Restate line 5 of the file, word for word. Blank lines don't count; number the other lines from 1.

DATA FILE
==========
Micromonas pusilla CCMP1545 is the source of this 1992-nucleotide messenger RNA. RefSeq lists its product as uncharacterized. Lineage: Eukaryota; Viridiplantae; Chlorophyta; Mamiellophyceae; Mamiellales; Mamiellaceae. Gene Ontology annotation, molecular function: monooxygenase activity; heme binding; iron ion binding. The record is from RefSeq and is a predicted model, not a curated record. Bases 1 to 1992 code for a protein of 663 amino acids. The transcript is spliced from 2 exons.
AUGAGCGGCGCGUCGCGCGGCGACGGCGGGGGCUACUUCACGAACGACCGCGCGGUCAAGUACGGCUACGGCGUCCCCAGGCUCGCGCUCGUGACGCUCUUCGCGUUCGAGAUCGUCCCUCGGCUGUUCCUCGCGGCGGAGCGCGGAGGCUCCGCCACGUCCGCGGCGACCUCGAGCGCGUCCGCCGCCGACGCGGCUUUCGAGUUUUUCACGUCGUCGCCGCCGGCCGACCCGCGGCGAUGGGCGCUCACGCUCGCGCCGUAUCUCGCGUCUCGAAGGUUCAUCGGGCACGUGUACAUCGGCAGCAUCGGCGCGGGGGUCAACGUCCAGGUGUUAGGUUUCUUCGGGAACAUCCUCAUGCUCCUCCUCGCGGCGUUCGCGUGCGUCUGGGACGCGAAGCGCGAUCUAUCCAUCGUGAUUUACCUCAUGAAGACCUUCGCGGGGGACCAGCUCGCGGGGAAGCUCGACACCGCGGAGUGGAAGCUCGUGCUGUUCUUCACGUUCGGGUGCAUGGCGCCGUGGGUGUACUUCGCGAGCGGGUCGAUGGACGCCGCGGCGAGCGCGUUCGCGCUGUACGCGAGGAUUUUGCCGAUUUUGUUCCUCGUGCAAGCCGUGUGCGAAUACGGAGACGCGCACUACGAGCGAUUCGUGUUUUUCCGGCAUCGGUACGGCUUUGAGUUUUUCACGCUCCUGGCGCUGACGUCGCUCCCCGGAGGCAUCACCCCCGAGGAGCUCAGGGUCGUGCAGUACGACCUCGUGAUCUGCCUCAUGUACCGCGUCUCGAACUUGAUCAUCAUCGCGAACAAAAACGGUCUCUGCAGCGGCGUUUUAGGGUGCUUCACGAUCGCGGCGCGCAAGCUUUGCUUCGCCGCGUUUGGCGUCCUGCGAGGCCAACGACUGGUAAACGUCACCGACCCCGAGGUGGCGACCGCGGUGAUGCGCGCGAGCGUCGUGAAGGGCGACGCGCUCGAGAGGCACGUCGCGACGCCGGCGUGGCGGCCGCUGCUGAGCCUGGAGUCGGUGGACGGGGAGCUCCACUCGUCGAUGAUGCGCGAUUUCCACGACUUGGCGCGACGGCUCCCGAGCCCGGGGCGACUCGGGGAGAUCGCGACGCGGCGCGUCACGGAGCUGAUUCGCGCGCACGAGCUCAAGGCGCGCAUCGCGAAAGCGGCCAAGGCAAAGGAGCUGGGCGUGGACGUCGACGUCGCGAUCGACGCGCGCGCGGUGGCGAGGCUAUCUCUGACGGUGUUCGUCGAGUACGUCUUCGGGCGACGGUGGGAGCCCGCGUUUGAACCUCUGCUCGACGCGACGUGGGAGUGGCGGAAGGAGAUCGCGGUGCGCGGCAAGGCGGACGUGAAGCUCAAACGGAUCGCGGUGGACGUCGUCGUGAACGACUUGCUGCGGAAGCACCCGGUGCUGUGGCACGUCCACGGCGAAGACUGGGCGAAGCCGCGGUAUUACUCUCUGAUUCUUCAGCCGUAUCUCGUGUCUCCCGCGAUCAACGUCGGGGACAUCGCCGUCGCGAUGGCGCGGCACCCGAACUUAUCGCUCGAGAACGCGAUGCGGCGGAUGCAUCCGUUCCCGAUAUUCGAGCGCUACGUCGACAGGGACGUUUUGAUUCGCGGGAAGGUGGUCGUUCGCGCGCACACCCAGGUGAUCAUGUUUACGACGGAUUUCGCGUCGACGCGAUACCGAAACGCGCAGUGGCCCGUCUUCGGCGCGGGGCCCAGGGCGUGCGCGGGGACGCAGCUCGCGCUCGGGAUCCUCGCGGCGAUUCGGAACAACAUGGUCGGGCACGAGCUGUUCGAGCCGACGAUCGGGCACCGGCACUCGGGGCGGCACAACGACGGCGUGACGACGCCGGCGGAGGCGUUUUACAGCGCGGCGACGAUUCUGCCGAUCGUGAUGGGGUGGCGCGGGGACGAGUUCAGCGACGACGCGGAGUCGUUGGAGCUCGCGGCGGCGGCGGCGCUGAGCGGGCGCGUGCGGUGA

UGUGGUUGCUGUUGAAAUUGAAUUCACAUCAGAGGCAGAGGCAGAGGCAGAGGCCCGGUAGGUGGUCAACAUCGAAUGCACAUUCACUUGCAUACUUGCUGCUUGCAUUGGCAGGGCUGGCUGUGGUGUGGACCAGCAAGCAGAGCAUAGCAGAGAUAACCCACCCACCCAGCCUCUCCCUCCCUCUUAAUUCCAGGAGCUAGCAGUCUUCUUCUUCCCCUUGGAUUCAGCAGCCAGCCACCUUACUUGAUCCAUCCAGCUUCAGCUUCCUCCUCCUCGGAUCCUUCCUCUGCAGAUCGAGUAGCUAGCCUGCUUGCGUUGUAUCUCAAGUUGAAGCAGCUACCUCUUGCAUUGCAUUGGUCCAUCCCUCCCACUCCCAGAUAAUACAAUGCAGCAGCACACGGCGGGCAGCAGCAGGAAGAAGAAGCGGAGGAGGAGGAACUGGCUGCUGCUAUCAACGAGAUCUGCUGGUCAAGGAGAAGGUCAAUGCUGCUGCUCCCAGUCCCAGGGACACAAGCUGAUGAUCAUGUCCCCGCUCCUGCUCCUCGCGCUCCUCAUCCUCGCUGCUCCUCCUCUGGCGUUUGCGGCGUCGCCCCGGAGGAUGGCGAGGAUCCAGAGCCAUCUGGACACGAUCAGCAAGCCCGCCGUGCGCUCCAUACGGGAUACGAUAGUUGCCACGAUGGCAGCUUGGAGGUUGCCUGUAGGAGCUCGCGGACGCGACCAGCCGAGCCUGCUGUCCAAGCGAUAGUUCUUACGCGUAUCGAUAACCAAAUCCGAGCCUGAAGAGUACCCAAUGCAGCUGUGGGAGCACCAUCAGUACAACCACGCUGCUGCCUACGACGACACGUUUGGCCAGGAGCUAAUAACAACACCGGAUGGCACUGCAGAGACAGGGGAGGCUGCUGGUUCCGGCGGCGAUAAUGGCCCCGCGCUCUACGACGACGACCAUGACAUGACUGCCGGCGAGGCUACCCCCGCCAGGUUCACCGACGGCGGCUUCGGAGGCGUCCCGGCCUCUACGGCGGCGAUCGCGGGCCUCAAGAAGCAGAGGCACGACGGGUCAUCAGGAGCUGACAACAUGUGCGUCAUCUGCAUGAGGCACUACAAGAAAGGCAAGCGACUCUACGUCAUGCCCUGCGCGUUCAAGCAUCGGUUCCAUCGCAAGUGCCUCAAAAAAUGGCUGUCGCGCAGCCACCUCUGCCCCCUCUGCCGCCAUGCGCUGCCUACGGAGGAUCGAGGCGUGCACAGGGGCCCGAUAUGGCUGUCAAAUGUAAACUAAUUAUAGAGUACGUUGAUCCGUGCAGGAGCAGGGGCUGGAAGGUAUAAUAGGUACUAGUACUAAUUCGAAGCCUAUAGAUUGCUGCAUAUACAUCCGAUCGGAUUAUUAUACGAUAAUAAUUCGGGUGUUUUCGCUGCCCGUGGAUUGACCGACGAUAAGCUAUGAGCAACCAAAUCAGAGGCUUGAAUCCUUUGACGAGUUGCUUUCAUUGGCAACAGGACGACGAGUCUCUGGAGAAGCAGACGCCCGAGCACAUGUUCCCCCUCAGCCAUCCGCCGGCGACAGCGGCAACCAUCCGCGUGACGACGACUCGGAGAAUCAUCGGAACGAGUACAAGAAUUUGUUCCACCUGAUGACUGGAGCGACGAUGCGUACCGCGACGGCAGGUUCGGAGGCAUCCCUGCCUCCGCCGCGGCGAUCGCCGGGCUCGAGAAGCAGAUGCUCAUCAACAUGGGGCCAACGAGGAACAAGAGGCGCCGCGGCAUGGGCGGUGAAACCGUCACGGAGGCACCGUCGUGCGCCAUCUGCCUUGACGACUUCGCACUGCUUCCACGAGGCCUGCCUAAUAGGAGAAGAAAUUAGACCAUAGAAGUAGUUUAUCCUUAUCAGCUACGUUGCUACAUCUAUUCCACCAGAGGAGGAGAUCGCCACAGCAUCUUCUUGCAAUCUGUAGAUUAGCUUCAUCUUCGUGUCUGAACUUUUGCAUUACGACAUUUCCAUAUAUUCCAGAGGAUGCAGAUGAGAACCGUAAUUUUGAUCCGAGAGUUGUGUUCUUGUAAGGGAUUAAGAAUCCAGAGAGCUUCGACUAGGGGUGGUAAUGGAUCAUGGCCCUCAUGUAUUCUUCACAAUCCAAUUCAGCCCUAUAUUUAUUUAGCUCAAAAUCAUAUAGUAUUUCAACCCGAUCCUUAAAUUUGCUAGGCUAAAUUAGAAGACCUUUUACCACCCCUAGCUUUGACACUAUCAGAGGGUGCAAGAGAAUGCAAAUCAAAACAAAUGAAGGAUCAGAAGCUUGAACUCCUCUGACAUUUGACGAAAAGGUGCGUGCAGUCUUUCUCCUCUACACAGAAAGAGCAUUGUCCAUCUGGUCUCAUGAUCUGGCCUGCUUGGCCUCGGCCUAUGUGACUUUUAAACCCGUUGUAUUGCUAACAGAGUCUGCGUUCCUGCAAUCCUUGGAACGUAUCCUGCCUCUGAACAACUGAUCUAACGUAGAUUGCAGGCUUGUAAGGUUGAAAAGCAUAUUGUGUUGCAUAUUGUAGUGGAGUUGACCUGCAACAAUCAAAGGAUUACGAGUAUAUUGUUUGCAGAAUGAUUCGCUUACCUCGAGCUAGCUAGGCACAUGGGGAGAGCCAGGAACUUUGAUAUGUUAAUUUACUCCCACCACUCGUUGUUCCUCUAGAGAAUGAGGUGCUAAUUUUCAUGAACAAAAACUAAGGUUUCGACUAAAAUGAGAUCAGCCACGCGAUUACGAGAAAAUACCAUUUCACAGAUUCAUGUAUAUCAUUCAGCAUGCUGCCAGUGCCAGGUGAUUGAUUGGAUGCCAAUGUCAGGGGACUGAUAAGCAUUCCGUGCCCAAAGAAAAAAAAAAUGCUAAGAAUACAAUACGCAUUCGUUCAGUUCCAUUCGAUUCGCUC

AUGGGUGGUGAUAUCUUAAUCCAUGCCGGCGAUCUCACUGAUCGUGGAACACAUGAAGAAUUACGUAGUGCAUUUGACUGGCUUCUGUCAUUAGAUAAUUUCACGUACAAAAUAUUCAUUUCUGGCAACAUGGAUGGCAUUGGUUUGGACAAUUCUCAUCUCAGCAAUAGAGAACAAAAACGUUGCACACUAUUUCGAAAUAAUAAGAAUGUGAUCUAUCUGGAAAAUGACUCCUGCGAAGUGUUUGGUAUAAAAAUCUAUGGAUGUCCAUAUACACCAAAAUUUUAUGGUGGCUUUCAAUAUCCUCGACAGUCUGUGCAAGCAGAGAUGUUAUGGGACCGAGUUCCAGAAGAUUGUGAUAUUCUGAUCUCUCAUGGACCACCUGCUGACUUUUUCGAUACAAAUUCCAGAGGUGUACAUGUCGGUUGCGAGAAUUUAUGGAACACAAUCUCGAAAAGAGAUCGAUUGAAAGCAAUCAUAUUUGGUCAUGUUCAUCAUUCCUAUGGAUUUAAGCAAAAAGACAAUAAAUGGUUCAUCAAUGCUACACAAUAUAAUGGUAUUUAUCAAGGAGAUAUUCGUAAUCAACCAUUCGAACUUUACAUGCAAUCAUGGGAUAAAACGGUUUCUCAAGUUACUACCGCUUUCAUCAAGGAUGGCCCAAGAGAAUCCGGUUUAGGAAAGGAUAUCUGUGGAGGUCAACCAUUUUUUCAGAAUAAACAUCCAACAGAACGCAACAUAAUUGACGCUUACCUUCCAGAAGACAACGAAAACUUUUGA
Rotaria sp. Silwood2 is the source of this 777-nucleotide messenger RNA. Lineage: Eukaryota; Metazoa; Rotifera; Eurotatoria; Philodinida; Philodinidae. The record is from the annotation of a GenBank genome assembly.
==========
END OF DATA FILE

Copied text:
Rotaria sp. Silwood2 is the source of this 777-nucleotide messenger RNA. Lineage: Eukaryota; Metazoa; Rotifera; Eurotatoria; Philodinida; Philodinidae. The record is from the annotation of a GenBank genome assembly.